Taking time with visualisation
What it shows
A radar chart uses a radial (circular) display with several different quantitative axes emerging like spokes on a wheel to create a unique shape of quantitative values. Each axis represents a quantity for a different categorical value for the subject. You might see a radar chart being used in sport analysis, for example in football, to show a breakdown of the different attributes of a player’s performance or abilities. The various axes might show number of passes, number of shots, tackle % etc.
How to read it
The idea is that by plotting a value along each axis and then connecting up the resulting points a shape forms. First, identify what category each axis represents. Then assess how the categories are related to one another as you read around the wheel. Usually the ‘zero’ of each axis is the centre of the wheel. The further towards the edge of the spoke a point reaches, the higher the quantity. Then look at the whole shape: which features stand out? Are some categories more pronounced than others? Which categories are lacking?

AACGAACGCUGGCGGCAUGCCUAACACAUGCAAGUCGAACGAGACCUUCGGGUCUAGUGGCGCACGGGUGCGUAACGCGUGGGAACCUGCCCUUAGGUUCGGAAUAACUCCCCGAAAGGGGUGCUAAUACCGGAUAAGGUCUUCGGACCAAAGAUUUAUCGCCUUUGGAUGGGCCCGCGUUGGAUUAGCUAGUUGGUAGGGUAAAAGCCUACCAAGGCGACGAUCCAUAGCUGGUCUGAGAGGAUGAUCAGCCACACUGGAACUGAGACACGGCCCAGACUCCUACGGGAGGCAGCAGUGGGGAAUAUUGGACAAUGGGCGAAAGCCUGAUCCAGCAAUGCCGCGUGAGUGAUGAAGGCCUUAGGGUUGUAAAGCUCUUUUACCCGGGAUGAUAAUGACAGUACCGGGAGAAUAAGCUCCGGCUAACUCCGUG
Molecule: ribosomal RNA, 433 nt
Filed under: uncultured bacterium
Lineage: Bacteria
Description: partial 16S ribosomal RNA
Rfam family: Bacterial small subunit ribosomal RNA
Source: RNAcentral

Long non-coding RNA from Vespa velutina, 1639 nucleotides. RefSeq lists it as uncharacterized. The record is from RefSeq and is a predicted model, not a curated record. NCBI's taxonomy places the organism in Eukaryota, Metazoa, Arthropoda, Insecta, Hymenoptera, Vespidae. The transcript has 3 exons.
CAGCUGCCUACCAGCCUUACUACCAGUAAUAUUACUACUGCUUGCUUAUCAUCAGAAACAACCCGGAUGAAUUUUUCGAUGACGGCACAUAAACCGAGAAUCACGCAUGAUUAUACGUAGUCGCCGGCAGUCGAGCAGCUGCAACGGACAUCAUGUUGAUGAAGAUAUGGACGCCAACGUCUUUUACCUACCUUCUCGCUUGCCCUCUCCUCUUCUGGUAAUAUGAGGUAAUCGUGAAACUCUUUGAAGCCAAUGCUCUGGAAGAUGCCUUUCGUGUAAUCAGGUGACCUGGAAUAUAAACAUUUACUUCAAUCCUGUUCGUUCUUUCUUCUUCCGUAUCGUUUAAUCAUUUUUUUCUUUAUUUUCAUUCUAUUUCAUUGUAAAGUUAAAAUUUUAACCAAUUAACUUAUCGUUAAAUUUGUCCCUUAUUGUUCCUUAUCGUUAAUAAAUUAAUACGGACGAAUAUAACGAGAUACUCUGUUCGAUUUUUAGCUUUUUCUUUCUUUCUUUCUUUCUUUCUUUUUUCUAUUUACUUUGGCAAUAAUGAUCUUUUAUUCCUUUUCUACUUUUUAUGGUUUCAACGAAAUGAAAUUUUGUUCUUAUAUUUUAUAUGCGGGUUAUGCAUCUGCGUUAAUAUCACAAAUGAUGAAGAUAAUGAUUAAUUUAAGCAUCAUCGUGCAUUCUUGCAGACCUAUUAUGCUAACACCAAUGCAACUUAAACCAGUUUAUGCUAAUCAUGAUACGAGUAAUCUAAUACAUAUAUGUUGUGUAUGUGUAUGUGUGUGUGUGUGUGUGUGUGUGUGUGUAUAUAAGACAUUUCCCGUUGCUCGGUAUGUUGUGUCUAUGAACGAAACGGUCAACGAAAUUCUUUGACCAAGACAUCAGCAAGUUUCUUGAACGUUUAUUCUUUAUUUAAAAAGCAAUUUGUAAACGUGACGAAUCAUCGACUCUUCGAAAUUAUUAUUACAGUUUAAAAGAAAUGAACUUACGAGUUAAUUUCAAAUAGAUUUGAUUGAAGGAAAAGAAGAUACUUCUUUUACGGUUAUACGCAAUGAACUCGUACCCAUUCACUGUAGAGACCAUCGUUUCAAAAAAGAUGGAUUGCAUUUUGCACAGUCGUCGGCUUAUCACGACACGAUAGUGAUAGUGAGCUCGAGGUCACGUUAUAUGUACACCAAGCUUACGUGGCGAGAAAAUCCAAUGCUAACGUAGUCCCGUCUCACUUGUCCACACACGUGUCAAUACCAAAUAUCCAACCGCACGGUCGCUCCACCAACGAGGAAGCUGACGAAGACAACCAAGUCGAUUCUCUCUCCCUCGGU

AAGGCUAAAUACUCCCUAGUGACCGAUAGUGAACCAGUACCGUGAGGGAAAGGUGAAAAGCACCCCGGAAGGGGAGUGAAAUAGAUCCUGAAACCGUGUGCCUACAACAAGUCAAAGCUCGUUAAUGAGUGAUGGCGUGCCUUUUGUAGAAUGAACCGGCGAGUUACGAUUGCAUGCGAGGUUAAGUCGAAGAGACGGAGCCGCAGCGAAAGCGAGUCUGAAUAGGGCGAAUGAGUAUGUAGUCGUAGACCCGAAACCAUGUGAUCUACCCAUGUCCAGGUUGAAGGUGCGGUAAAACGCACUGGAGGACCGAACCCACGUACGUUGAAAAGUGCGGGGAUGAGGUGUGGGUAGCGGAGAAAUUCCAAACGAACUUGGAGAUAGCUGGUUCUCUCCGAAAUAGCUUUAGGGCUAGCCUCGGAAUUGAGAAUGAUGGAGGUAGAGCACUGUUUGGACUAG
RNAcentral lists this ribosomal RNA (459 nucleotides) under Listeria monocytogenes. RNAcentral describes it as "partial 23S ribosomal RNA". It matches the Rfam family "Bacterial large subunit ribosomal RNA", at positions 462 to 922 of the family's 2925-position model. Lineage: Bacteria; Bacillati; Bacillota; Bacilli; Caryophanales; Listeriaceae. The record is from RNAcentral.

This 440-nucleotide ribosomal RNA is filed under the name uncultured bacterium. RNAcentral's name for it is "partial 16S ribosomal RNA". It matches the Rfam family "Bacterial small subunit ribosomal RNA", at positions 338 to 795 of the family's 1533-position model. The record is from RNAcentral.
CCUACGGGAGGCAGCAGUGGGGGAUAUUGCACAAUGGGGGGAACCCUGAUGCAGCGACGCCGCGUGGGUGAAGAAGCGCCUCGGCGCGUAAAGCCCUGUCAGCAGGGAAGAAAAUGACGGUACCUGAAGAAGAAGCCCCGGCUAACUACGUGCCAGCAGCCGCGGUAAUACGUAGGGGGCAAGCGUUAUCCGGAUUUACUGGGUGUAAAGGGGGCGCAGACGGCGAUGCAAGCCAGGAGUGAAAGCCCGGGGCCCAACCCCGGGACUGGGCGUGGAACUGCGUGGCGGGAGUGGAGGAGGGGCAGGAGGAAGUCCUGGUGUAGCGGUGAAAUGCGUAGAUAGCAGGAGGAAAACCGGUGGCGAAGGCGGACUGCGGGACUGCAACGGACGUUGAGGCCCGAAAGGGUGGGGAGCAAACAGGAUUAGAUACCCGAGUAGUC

Things to beware
It is important to pay more attention to the position of a shape along the axis than the connecting lines between axes. Sometimes categories may not have a real sequential link, but sometimes they may (e.g. in a radar chart that shows weather from month to month).